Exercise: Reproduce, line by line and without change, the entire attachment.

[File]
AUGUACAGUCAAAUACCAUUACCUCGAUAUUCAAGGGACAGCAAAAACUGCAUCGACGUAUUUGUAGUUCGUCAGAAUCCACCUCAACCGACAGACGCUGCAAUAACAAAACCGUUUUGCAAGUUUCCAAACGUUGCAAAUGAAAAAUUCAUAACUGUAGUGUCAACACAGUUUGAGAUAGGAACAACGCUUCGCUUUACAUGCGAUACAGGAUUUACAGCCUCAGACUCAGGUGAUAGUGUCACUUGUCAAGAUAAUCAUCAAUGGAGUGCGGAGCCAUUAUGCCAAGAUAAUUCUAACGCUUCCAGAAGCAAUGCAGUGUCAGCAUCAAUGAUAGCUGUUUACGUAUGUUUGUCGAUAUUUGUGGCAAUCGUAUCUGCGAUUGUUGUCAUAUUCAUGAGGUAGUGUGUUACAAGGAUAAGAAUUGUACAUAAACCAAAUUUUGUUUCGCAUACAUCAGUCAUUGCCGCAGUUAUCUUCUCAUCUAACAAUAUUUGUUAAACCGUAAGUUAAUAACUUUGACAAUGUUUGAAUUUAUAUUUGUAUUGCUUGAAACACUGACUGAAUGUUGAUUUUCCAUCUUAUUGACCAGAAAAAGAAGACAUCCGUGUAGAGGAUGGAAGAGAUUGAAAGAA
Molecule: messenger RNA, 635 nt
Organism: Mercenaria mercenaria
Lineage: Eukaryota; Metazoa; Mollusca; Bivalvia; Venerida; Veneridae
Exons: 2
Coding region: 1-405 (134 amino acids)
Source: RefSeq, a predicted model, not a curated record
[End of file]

AUGUACAGUCAAAUACCAUUACCUCGAUAUUCAAGGGACAGCAAAAACUGCAUCGACGUAUUUGUAGUUCGUCAGAAUCCACCUCAACCGACAGACGCUGCAAUAACAAAACCGUUUUGCAAGUUUCCAAACGUUGCAAAUGAAAAAUUCAUAACUGUAGUGUCAACACAGUUUGAGAUAGGAACAACGCUUCGCUUUACAUGCGAUACAGGAUUUACAGCCUCAGACUCAGGUGAUAGUGUCACUUGUCAAGAUAAUCAUCAAUGGAGUGCGGAGCCAUUAUGCCAAGAUAAUUCUAACGCUUCCAGAAGCAAUGCAGUGUCAGCAUCAAUGAUAGCUGUUUACGUAUGUUUGUCGAUAUUUGUGGCAAUCGUAUCUGCGAUUGUUGUCAUAUUCAUGAGGUAGUGUGUUACAAGGAUAAGAAUUGUACAUAAACCAAAUUUUGUUUCGCAUACAUCAGUCAUUGCCGCAGUUAUCUUCUCAUCUAACAAUAUUUGUUAAACCGUAAGUUAAUAACUUUGACAAUGUUUGAAUUUAUAUUUGUAUUGCUUGAAACACUGACUGAAUGUUGAUUUUCCAUCUUAUUGACCAGAAAAAGAAGACAUCCGUGUAGAGGAUGGAAGAGAUUGAAAGAA
Molecule: messenger RNA, 635 nt
Organism: Mercenaria mercenaria
Lineage: Eukaryota; Metazoa; Mollusca; Bivalvia; Venerida; Veneridae
Exons: 2
Coding region: 1-405 (134 amino acids)
Source: RefSeq, a predicted model, not a curated record